The number of people with atrial fibrillation (AF) will more than double in the next two decades, growing from about 5 million in 2010 to 12 million in 2030, according to a study in the American Journal of Cardiology. This can be pinned partly on the aging population “but also reflects the empirical fact that the incidence rate of AF is increasing,” the study states. The authors say that the higher prevalence might be a matter of better methods used to detect hypertension. They also cite increased risk factors, such as obesity and diabetes.
The study reviews a database of 14 million people enrolled in large commercial health plans and Medicare Advantage plans between 2001 and 2008. “The age- and gender-adjusted AF incidence rate, standardized to the general U.S. population, grew from approximately 220 per 100,000 in 2002 to about 350 per 100,000 in 2007… corresponding to a 9.2% annual growth rate.”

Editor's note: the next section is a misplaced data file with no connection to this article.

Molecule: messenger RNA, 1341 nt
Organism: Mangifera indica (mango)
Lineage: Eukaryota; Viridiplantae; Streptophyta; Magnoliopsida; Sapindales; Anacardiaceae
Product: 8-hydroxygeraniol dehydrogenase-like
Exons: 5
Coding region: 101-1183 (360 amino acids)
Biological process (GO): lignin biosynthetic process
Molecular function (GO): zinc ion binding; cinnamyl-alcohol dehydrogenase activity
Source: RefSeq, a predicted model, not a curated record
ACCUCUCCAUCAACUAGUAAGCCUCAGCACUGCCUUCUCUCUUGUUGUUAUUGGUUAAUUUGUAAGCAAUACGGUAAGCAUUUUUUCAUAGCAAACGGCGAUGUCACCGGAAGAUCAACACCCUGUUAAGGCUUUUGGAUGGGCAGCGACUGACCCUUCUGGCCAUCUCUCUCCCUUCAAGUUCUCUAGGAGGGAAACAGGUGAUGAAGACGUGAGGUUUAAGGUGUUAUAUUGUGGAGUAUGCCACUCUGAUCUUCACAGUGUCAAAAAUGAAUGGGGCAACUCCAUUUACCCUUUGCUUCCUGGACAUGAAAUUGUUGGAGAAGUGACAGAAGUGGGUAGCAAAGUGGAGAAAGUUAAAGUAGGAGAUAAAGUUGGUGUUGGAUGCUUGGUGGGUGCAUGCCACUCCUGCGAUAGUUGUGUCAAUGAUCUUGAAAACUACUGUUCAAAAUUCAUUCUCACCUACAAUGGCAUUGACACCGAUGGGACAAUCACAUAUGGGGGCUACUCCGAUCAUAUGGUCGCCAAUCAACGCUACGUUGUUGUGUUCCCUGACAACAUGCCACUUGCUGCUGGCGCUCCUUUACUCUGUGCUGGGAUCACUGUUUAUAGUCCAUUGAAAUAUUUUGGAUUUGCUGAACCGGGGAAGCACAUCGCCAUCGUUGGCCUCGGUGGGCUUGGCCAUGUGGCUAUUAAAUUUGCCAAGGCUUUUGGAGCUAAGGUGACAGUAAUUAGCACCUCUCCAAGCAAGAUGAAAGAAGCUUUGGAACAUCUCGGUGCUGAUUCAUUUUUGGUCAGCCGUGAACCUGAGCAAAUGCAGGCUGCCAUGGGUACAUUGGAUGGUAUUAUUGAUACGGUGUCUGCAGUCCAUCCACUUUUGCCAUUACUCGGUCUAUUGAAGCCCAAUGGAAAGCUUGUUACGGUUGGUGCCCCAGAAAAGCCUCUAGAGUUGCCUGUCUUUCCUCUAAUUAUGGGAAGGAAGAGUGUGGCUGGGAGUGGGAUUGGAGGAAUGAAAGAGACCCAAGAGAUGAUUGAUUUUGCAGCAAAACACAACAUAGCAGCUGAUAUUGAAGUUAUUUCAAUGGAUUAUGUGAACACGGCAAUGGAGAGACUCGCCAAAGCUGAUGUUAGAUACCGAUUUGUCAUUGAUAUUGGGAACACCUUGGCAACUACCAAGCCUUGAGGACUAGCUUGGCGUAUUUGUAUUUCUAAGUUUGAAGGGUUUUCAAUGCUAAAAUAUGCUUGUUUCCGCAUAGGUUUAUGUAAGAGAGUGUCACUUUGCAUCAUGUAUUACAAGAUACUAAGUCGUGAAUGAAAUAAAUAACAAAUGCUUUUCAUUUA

The authors concede that while the AF rate will certainly increase, “there exists a wide range of uncertainty around the magnitude of future trends,” and it could fall between 7.8 million and 17.7 million by 2030.
Probabilistic range of uncertainty around the projected AF prevalence estimate for sensitivity analysis by simultaneously varying all the input parameters used in model. The probabilistic range of AF prevalence estimates is represented by the upper 10% likelihood (blue dashed line) and the lower 10% likelihood estimate (green dotted line) around the base AF prevalence estimate with logarithmic incidence growth rate projection (purple solid line).